TRCF: What long-term results are you hoping to yield? Have you seen any results since you’ve begun?
RW: CHANGE’s mission is to improve young adult access to healthcare and support youth who encounter transitional barriers as they become adults. CHANGE lives this mission by supporting positive youth development, nurturing youth leadership, and creating effective youth-adult partnerships. CHANGE provides opportunities for board members to develop higher self-esteem, become more self-aware about who they are, what goals they have, and how to achieve those goals, and practice being advocates in their own lives and the community. CHANGE board members become better leaders when they explore how they learn, experience new communities and different perspectives, practice using their own voice and listening to others, and develop problem-solving skills. These transformations are made possible in part by effective youth-adult partnerships in which supportive adults authentically collaborate with youth. Both youth leaders and adult mentors gain valuable skills when they work together. CHANGE creates an environment where board members work collaboratively with Children’s Hospital Staff, community partners, parents, and professionals. We plan to continue supporting leaders by giving them opportunities through which they can learn, problem-solve, and achieve. CHANGE empowers our leaders to make an impact every day.
TRCF: What else do you want the people of Southwestern Pennsylvania to know about your program?
RW: CHANGE is a youth-led and youth-driven initiative that advises youth, families, and professionals about the transition process. It works to ensure successful transition to adult lives for individuals who have faced transitional barriers in healthcare.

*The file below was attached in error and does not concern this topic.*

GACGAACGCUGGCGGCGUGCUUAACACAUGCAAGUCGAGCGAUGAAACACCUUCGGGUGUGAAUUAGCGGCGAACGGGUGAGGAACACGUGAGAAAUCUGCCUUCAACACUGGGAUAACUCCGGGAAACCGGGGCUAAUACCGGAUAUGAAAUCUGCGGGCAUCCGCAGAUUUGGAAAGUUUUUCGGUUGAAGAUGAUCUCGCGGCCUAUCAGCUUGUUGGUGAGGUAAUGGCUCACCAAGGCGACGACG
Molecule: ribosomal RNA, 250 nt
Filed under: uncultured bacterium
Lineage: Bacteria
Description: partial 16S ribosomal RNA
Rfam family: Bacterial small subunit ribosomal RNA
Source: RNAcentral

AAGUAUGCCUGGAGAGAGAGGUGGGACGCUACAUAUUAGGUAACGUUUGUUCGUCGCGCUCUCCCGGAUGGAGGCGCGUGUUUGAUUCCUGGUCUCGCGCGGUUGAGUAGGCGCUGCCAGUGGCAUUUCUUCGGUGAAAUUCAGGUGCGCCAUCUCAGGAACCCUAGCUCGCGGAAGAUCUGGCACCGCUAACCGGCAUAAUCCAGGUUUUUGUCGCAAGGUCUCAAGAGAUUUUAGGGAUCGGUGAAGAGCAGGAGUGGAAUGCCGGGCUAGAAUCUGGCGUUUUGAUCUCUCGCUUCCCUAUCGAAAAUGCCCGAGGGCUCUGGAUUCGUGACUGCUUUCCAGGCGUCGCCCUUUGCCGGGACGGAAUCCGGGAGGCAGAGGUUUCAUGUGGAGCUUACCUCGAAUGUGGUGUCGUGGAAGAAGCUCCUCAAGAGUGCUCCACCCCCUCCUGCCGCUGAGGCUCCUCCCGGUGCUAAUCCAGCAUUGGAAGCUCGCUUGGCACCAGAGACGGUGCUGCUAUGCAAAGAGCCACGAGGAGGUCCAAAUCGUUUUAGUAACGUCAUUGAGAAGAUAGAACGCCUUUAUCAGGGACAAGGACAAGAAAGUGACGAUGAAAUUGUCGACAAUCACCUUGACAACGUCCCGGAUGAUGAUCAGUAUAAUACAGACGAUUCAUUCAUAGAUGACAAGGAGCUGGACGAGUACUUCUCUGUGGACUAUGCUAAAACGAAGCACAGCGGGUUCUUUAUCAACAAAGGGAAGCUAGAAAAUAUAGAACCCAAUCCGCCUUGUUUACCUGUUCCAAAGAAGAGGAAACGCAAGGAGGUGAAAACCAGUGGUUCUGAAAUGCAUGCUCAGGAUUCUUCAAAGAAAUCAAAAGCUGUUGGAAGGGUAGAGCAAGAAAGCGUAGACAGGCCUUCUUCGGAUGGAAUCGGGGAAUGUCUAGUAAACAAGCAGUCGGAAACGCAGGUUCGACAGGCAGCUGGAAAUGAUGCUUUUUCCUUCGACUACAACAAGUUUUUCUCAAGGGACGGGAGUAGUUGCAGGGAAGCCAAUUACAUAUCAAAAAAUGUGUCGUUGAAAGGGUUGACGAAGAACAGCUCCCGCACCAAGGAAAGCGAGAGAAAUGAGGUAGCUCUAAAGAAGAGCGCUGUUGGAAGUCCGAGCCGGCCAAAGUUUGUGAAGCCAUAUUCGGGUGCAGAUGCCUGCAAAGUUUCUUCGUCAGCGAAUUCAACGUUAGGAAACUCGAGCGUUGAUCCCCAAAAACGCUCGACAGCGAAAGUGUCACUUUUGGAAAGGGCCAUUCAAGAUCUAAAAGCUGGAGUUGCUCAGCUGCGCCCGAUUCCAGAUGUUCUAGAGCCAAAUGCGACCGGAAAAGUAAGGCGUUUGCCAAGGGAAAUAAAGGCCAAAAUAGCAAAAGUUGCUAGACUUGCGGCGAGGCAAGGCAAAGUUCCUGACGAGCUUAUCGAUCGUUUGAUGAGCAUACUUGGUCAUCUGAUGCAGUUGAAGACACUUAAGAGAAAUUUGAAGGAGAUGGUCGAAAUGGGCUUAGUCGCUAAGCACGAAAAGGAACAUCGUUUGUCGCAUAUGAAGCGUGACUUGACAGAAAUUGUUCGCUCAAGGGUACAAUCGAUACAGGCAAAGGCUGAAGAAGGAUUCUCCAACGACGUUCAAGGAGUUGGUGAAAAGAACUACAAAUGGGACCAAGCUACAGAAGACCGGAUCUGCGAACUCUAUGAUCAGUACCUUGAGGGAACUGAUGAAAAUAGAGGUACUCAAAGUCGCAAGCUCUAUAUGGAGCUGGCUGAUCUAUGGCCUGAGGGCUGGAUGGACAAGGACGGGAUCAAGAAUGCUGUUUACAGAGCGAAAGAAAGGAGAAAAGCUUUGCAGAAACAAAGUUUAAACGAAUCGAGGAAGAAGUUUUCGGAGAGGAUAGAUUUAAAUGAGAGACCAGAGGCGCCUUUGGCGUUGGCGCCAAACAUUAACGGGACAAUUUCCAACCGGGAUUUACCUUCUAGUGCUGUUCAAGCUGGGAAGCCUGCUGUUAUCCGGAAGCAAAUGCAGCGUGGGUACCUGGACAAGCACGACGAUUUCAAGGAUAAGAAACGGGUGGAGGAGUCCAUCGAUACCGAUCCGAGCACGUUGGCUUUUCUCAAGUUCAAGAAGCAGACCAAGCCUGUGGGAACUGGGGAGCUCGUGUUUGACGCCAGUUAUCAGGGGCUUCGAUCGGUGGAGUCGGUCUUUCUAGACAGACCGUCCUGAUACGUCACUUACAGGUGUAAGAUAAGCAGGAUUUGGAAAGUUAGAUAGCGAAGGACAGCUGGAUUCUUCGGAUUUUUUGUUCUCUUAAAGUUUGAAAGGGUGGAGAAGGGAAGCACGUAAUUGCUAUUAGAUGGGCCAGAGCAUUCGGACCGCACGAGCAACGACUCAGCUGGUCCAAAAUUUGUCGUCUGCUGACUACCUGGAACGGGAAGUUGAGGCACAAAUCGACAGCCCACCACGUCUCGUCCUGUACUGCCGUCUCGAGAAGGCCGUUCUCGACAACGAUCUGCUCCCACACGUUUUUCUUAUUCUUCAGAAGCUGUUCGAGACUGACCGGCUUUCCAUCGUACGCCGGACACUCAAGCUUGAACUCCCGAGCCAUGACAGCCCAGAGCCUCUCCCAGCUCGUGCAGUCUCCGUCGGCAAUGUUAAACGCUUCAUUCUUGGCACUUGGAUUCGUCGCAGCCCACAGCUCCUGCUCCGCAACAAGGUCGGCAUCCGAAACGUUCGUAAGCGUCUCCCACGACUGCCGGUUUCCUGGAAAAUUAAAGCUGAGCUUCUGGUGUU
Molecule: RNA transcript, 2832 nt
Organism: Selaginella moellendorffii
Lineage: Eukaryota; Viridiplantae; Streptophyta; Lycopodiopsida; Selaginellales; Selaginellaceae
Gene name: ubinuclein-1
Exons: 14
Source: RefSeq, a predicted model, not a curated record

CHANGE supports a community where youth can:
- Claim their voice in order to grow as advocates both in their own lives and communities
- Find support as they transition from adolescent healthcare to adult medicine
- Be empowered to make important and educated decisions in healthcare and other aspects of their life
- Communicate their own experiences with transition to encourage medical providers to embrace and incorporate youth development, advocacy, and empowerment in their practices
- Positively affect the policies, procedures, and processes at Children’s Hospital to better serve the needs of young adults
- Create easily understood resources for a diverse group of youth who struggle with accessing healthcare and having successful transitions
- Be present in the community by hosting educational events for other young people and their support systems
Ultimately we believe youth can make a difference. It is important that young adults get involved with issues in our society because change takes time, energy, and commitment. Learning how to advocate for change is a critical skill for everyone. We all have the potential to make positive change—young adults are change makers. CHANGE needs the perspectives, experiences, and voices of all types of youth so we can help our diverse community. Things only get better when we take educated action and serve as leaders. CHANGE is all about leadership, education, action, and progress.
To keep up with CHANGE, visit http://www.lend.pitt.edu/community/change. Follow Chp CHANGE on Facebook and @chpchange on Twitter.
Check back soon for our next 2015 grantee profile.